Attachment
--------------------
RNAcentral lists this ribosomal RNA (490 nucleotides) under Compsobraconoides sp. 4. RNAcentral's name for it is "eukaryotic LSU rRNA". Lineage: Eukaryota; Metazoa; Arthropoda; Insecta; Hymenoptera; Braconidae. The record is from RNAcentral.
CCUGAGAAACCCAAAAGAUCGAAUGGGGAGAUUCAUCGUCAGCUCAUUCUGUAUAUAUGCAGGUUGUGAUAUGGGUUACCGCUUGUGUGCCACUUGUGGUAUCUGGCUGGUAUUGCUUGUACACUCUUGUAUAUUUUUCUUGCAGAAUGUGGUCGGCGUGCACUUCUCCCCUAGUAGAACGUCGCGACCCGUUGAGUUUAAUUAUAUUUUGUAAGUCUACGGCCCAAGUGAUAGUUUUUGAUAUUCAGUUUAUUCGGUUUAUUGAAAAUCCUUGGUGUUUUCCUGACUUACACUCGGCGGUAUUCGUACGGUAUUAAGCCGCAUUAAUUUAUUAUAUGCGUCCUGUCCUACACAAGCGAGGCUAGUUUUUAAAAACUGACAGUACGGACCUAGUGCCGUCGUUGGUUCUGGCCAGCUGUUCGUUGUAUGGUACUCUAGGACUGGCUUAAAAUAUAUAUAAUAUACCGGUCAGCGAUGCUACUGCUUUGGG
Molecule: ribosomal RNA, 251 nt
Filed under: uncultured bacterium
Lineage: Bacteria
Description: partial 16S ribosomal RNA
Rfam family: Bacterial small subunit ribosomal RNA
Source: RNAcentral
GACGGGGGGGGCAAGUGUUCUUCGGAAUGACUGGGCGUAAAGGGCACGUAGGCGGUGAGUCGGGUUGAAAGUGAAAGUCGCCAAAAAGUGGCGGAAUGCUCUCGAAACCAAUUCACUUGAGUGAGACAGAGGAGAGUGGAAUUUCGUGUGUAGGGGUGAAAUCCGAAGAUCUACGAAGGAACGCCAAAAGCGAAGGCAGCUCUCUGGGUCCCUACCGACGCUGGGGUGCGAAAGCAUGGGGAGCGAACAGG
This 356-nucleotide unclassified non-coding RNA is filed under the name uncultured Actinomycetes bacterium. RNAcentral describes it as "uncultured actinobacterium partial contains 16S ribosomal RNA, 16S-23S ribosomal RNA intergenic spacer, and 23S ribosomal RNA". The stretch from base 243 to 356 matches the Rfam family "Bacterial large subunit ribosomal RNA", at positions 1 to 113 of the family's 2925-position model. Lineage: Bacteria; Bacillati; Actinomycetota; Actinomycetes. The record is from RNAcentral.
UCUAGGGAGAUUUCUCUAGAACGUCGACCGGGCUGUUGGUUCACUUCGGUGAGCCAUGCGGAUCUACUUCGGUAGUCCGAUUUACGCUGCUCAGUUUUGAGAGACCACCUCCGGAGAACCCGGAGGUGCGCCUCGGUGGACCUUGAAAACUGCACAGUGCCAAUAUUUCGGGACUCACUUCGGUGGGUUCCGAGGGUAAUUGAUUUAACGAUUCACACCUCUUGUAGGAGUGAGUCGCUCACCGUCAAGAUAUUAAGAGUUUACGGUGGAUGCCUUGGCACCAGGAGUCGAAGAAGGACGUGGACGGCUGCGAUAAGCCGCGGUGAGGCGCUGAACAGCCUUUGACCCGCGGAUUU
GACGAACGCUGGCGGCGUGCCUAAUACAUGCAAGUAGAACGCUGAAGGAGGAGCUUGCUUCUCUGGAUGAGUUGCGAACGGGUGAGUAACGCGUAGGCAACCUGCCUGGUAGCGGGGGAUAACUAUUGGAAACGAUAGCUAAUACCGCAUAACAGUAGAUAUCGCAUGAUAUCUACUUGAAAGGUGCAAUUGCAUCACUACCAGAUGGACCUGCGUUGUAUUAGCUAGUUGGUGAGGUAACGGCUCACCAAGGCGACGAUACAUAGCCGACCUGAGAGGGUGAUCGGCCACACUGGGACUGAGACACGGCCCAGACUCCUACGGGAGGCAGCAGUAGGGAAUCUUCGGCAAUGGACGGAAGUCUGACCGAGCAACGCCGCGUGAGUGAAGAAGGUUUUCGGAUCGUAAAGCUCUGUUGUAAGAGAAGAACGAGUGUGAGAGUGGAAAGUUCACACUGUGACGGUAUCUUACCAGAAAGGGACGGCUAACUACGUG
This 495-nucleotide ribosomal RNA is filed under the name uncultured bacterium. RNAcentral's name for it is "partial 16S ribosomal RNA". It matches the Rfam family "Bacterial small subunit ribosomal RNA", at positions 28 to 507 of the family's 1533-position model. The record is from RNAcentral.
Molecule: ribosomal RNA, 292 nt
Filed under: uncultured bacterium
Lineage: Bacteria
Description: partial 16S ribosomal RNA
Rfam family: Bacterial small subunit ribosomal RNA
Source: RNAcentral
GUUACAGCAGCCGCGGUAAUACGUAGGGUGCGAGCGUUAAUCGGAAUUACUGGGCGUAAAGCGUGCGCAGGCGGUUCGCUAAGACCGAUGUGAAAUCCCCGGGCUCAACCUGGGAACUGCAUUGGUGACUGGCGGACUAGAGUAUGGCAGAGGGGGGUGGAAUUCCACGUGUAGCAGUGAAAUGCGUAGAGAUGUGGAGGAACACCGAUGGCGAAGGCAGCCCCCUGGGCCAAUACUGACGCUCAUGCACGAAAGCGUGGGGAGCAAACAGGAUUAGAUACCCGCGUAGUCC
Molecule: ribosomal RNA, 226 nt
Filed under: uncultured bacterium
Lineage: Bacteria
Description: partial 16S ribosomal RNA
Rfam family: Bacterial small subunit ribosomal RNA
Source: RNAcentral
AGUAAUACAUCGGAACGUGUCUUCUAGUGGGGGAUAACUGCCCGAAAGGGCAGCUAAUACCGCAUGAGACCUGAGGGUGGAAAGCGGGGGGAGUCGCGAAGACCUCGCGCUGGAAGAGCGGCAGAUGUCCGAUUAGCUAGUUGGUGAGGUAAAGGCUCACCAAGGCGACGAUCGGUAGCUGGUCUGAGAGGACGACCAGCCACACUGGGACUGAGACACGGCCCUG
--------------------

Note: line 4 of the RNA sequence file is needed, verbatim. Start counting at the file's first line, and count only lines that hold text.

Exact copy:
Filed under: uncultured bacterium